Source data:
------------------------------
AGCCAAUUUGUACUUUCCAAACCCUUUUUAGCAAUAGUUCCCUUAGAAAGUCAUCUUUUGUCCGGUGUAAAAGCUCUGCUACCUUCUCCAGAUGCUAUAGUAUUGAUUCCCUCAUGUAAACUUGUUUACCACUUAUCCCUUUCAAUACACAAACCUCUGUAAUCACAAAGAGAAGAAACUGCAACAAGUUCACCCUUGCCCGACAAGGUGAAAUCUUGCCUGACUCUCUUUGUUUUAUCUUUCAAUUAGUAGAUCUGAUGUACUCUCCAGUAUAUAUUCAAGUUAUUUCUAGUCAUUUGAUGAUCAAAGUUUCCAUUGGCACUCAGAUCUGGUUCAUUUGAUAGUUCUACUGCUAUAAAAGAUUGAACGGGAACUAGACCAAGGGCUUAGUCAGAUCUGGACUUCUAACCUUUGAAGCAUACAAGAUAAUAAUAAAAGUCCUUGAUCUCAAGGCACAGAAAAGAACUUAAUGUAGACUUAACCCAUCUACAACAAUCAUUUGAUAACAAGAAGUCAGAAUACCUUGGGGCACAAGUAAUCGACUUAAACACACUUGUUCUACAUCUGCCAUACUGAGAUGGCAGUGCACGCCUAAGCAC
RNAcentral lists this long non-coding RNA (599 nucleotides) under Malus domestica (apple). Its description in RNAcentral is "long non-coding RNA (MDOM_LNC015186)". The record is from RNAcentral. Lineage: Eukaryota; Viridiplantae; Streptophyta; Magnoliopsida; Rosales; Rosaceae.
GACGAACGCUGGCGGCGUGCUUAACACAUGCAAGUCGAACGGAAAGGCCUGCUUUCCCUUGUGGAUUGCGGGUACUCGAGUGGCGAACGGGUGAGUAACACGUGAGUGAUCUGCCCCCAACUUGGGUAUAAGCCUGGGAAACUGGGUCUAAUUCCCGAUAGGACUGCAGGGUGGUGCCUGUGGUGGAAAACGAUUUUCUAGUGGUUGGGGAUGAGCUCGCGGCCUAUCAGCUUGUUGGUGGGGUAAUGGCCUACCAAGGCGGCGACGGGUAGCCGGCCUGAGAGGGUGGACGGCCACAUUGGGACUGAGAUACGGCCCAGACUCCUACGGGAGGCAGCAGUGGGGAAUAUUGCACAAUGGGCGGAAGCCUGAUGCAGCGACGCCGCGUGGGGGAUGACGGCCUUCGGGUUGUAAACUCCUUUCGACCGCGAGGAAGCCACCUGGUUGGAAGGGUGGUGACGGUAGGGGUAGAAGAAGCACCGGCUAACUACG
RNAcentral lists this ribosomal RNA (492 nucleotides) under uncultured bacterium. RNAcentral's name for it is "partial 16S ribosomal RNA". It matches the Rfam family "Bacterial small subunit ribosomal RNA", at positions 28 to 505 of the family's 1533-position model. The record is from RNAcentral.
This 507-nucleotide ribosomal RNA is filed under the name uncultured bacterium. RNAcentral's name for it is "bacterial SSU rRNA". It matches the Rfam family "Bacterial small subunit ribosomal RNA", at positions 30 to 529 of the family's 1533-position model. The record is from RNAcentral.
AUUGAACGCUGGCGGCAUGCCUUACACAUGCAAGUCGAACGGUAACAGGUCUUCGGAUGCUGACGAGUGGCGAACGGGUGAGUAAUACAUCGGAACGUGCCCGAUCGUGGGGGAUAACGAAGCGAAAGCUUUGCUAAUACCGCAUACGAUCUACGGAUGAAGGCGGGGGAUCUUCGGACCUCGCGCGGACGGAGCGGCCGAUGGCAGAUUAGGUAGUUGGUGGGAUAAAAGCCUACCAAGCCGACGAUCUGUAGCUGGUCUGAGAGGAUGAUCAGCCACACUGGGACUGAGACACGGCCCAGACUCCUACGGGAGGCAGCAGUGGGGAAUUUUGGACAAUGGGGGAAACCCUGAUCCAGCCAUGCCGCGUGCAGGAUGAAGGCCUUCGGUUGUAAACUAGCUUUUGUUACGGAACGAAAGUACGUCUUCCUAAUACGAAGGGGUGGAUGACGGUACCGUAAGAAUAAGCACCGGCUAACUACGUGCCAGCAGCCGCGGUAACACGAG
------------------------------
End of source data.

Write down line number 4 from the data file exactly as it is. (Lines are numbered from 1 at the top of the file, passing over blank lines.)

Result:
RNAcentral lists this ribosomal RNA (492 nucleotides) under uncultured bacterium. RNAcentral's name for it is "partial 16S ribosomal RNA". It matches the Rfam family "Bacterial small subunit ribosomal RNA", at positions 28 to 505 of the family's 1533-position model. The record is from RNAcentral.